Sep2017: Personal Peace is a Practice

by Brad on September 1, 2017

“We don’t see things as they are; we see them as we are.” – Anaïs Nin

I love living on Cape Cod. I’m drawn by the milder winters, milder summers, a National Seashore, quaint villages, tiny harbors, an ever-changing landscape, a less-hurried stance on life. Living here year-round creates a challenge, however. Especially in the summer, many other people love being here, too. In addition, “summer” seems to have expanded over the years, back into April now in the spring and well into October in the fall. I recall the quote: “This place would be more popular if it weren’t for all the people.” (Yogi Berra, perhaps, but I’m not sure.)

Although I breathe a sigh of relief when the crowds wane, I want to enjoy “my” summer, too – a sunset drink outdoors at the Pilot House on Cape Cod Canal or the Chart Room on Cataumet harbor; breakfast outside at Pie-in-the-Sky in Woods Hole or The Center Store in Chatham; a walk in the Cedar Swamp in Wellfleet; a picnic dinner at the beach.

The past many years, I’ve noticed how a practice of “choosing happiness” has made a difference for me, so I decided to see how it could play out with my experience of summer on Cape Cod. Here’s how I’ve found personal peace in the midst of noise and busyness … perhaps a way to put ideas from last month’s article into practice. Yes, there’s simple stuff – doing things from 5 – 7 a.m., not buying groceries on Friday or Saturday, going to the beach from 7 – 10 a.m., where I often have the place to myself. But what truly makes a difference is my thinking. First, I choose to laugh more. Perhaps I’m easily amused, but I get a kick out of the number of tourists who complain about crowded streets, long lines, and how bakery counters look like we’d just experienced a cicada infestation. It now all seems rather comical.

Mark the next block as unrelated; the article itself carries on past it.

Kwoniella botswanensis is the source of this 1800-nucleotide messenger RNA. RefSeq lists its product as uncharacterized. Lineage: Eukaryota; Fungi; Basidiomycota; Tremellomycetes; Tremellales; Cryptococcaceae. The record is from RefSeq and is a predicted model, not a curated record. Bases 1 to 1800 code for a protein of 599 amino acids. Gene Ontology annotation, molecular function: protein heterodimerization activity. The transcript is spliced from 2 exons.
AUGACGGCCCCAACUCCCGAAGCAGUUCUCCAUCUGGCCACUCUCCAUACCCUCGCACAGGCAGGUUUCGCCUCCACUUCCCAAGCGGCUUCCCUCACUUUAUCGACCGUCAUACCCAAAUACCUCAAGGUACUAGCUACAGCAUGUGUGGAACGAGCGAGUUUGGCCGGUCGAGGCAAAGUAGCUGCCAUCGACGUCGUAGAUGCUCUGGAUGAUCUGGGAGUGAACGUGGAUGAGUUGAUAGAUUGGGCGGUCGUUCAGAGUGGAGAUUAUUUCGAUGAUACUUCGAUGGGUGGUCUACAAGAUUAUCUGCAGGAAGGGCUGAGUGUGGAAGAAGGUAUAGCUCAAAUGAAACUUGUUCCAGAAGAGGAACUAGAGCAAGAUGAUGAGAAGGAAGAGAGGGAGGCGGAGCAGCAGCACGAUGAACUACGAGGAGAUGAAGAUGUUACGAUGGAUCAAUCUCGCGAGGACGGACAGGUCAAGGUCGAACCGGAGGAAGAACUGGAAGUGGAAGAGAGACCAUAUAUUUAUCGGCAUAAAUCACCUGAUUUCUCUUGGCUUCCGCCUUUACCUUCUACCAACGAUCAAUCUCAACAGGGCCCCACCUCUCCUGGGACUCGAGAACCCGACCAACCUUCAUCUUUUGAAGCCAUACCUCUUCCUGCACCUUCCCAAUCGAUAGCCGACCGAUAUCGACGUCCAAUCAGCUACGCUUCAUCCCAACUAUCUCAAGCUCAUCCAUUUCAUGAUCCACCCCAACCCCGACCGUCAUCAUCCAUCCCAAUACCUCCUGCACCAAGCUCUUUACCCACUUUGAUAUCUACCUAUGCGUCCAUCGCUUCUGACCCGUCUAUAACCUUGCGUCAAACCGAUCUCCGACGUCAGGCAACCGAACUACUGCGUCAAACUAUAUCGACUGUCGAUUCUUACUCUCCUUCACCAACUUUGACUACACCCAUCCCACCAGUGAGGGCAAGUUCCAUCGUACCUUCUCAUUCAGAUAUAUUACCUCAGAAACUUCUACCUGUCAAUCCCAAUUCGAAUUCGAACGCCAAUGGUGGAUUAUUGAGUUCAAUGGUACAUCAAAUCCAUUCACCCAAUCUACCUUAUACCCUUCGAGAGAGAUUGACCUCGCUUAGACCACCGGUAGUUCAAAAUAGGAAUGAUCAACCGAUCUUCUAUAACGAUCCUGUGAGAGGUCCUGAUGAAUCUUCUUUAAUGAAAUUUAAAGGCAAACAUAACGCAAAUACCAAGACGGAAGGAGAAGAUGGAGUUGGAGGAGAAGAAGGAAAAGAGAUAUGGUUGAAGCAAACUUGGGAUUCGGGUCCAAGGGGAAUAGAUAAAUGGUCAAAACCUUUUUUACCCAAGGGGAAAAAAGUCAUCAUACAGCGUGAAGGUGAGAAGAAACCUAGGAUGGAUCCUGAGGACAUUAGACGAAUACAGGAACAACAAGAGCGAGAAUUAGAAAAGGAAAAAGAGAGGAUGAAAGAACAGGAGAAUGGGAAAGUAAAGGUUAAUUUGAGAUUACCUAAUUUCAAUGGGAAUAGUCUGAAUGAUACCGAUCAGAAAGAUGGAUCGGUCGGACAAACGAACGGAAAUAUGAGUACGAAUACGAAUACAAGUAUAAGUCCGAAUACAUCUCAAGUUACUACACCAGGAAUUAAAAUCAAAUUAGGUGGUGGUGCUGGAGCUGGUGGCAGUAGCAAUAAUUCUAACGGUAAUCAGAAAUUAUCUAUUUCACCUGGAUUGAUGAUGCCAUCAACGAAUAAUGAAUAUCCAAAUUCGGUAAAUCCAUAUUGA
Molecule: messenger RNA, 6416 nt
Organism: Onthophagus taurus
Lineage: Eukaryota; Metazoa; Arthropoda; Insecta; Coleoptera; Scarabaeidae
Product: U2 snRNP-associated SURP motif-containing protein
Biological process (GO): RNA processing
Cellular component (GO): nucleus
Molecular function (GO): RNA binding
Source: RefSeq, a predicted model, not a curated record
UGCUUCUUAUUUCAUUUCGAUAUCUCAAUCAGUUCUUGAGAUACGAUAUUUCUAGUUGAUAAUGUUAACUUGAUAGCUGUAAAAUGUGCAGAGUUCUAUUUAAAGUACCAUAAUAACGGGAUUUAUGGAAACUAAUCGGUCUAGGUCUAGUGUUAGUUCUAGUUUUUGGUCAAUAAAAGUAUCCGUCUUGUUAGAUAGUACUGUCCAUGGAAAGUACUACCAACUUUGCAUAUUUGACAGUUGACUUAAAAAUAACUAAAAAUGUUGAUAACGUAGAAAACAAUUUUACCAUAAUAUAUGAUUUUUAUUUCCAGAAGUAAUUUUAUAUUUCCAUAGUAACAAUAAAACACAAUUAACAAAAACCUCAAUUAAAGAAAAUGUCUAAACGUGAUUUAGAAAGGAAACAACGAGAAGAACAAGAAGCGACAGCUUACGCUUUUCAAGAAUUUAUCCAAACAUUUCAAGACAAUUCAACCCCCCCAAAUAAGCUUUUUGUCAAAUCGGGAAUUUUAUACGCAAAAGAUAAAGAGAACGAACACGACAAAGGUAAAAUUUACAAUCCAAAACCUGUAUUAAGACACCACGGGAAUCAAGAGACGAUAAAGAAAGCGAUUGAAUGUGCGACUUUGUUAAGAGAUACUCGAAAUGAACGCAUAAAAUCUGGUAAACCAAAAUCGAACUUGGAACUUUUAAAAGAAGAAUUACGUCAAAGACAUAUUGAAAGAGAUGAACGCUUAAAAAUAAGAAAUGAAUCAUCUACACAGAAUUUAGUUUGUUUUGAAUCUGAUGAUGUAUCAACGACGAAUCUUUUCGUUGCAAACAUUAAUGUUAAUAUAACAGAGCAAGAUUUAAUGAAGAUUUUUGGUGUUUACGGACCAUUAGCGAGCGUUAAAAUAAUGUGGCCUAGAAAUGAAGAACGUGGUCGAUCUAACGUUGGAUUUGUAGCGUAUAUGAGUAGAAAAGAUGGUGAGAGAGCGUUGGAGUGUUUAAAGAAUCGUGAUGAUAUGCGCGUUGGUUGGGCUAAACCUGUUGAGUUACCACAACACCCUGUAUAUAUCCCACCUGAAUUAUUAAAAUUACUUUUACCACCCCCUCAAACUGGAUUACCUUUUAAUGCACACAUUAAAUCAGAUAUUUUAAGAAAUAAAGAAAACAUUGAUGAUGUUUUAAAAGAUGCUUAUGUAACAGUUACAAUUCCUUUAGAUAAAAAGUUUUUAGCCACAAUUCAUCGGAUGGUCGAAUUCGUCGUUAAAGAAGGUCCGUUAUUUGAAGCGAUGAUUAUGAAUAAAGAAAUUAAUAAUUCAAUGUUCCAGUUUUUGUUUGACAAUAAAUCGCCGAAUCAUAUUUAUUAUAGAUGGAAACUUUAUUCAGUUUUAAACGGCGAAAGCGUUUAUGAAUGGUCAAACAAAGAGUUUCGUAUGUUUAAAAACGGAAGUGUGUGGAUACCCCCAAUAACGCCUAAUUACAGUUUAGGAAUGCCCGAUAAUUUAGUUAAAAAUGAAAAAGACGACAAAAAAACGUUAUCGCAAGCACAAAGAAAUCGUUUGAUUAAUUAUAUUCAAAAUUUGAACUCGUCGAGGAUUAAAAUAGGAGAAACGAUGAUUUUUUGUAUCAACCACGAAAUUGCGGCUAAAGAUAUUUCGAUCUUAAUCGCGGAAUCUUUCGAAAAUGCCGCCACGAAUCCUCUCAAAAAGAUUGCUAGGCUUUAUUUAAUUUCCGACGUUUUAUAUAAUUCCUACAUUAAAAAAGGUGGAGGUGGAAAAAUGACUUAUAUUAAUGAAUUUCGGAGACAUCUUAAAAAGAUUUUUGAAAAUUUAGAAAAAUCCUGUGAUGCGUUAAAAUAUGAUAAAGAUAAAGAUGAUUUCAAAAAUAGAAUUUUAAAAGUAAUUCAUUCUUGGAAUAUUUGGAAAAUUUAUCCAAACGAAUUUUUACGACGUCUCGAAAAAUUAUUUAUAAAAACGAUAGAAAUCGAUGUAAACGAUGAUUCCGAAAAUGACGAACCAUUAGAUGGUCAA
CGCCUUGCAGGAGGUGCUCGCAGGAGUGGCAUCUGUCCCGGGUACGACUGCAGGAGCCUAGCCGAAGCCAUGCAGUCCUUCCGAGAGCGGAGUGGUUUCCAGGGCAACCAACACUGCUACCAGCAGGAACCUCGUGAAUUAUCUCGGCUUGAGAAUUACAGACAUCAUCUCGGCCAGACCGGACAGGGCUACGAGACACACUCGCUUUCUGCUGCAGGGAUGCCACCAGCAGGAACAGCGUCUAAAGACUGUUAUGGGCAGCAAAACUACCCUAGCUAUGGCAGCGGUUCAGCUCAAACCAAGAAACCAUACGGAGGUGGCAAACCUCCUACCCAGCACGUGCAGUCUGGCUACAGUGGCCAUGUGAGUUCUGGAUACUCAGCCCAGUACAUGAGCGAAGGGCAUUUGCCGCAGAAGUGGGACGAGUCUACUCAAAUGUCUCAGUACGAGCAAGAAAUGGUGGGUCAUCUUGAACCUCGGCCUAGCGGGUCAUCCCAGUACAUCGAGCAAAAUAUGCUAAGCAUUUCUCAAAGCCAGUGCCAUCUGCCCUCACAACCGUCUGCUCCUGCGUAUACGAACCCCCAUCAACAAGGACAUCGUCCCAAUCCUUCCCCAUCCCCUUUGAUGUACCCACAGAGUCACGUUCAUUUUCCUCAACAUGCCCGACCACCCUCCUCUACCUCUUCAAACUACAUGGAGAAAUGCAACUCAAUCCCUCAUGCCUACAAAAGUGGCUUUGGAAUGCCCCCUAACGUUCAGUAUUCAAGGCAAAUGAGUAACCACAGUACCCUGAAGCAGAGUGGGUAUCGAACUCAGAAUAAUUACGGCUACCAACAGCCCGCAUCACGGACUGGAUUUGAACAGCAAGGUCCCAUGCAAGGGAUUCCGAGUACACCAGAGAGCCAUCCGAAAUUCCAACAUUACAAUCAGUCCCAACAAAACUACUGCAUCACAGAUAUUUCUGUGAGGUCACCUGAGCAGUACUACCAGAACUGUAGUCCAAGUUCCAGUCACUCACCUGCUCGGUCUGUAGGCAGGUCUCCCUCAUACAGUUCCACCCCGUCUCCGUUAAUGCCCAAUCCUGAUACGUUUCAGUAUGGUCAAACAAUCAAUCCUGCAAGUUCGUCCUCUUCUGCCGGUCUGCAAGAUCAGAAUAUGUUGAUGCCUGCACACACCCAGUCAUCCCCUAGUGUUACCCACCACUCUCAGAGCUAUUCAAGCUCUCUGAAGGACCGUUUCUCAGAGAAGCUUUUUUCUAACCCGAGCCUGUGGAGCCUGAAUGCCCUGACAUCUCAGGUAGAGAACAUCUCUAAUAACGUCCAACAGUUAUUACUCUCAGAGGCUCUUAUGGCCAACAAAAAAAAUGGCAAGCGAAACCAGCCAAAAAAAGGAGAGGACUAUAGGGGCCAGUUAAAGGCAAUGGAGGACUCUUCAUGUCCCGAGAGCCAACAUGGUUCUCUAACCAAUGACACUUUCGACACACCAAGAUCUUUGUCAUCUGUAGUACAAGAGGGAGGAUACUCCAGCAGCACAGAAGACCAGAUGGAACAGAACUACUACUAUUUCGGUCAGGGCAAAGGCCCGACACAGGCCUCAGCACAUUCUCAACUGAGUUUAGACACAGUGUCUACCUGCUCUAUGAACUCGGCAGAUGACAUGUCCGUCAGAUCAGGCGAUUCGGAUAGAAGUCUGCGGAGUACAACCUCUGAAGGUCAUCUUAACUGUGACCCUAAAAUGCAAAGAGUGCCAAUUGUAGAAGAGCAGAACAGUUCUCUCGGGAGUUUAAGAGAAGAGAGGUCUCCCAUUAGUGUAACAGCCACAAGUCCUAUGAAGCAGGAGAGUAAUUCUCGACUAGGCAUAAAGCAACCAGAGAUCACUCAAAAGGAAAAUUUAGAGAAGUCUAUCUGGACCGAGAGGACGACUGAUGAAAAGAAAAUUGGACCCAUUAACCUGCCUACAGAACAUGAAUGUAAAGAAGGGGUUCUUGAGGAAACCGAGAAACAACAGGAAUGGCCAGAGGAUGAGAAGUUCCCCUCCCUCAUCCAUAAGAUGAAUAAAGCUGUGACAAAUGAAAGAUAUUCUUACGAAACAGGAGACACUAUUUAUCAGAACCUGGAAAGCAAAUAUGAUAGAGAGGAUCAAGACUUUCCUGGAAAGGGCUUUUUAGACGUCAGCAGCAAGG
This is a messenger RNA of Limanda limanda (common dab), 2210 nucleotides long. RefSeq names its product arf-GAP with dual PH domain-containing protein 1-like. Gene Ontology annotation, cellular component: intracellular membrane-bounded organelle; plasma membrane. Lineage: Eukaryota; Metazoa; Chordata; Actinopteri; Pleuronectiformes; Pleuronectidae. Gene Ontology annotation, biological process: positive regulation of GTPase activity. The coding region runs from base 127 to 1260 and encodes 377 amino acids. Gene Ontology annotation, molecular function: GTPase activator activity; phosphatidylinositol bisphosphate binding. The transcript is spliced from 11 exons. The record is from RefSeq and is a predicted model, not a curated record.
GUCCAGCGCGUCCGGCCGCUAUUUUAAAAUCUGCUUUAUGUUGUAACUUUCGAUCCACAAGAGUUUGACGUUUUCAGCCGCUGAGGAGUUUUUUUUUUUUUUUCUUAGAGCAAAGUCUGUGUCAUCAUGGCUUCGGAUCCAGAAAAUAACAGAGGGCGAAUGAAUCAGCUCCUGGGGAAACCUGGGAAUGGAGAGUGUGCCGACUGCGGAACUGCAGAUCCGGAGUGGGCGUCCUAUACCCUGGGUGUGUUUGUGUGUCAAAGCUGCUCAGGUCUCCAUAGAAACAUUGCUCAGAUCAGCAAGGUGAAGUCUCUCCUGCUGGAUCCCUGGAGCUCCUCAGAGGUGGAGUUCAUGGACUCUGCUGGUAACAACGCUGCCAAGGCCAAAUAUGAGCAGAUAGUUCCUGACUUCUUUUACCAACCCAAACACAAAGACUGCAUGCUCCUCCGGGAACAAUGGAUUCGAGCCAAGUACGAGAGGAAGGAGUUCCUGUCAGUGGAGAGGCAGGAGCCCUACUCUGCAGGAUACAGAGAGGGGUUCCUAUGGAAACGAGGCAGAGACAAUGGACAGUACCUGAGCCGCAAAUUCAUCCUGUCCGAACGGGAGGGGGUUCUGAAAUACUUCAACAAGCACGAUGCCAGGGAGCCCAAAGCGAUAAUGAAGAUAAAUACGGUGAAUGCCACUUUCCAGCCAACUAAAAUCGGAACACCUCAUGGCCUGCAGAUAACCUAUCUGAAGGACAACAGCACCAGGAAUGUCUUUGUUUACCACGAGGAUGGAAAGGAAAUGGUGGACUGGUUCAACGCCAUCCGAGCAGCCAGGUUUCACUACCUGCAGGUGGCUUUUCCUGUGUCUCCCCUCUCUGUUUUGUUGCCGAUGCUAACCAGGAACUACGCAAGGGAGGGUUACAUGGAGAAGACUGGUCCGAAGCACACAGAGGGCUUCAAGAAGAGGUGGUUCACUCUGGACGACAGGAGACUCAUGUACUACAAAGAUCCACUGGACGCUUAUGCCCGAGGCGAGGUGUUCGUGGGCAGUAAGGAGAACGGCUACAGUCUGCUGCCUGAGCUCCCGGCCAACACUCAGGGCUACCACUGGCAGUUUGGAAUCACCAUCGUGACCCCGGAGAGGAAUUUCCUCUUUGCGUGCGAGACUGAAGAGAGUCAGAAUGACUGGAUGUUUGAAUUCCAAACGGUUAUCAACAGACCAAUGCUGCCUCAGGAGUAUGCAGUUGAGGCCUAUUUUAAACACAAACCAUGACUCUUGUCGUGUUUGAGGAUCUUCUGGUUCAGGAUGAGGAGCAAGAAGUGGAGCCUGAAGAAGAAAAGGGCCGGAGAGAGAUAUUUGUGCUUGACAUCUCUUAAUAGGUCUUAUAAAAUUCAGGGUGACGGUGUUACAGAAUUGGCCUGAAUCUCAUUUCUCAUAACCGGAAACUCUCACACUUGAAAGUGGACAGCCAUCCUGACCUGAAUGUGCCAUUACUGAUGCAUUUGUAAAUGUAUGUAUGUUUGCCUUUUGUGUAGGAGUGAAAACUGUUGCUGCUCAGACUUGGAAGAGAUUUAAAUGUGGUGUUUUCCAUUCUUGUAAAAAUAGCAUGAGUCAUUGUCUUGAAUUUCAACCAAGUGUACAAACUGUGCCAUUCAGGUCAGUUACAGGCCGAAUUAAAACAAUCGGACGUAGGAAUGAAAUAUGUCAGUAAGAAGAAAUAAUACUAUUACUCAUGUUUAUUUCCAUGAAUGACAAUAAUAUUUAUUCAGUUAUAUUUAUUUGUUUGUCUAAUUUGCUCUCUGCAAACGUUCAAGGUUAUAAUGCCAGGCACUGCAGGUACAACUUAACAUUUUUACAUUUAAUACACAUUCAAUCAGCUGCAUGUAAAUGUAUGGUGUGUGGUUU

Second, I’ve chosen to set the intention to be happy. It’s amazing what can happen from deciding what I really want! I often reflect on lessons from Phil Cousineau in “The Art of Pilgrimage.” Although he intended the book for a “proper pilgrimage,” I’ve found his ideas amazingly helpful in every aspect of my life … a vacation, a difficult conversation, a project, even life itself (the ultimate pilgrimage). He defines pilgrimage as a journey with challenge and purpose, created by finding the sacred along the way. He expands sacred to mean “the ground that stirs our hearts and restores our sense of wonder.” With this idea in mind, I sat outside the other evening by the Cape Cod canal with a glass of wine. Sure, there were others doing the same. But my own experience was one of appreciation – for this life I’ve been given, for the opportunity to create personal peace in the midst of noise, for already living in a place where thousands spend big money to visit, and for the simple beauty of summer. For those two hours, I absorbed wonder; this was the only world I knew. It all came from the single intention, “find the sacred, be open to wonder.” And what I’ve noticed when I [remember to] set this intention is that my perspective on life expands, the sky seems somehow bluer, the breeze wraps me in peace, and I commune silently with those I might otherwise have allowed to piss me off. So I laugh a lot … at this, too. I may not be able to influence the number of cars on the Sagamore Bridge, but can certainly choose how I see and think about their occupants. Perhaps obvious, but it takes far less energy to enjoy my day and my summer than it does to be upset. And the reward? This summer has been the most enjoyable one ever for me.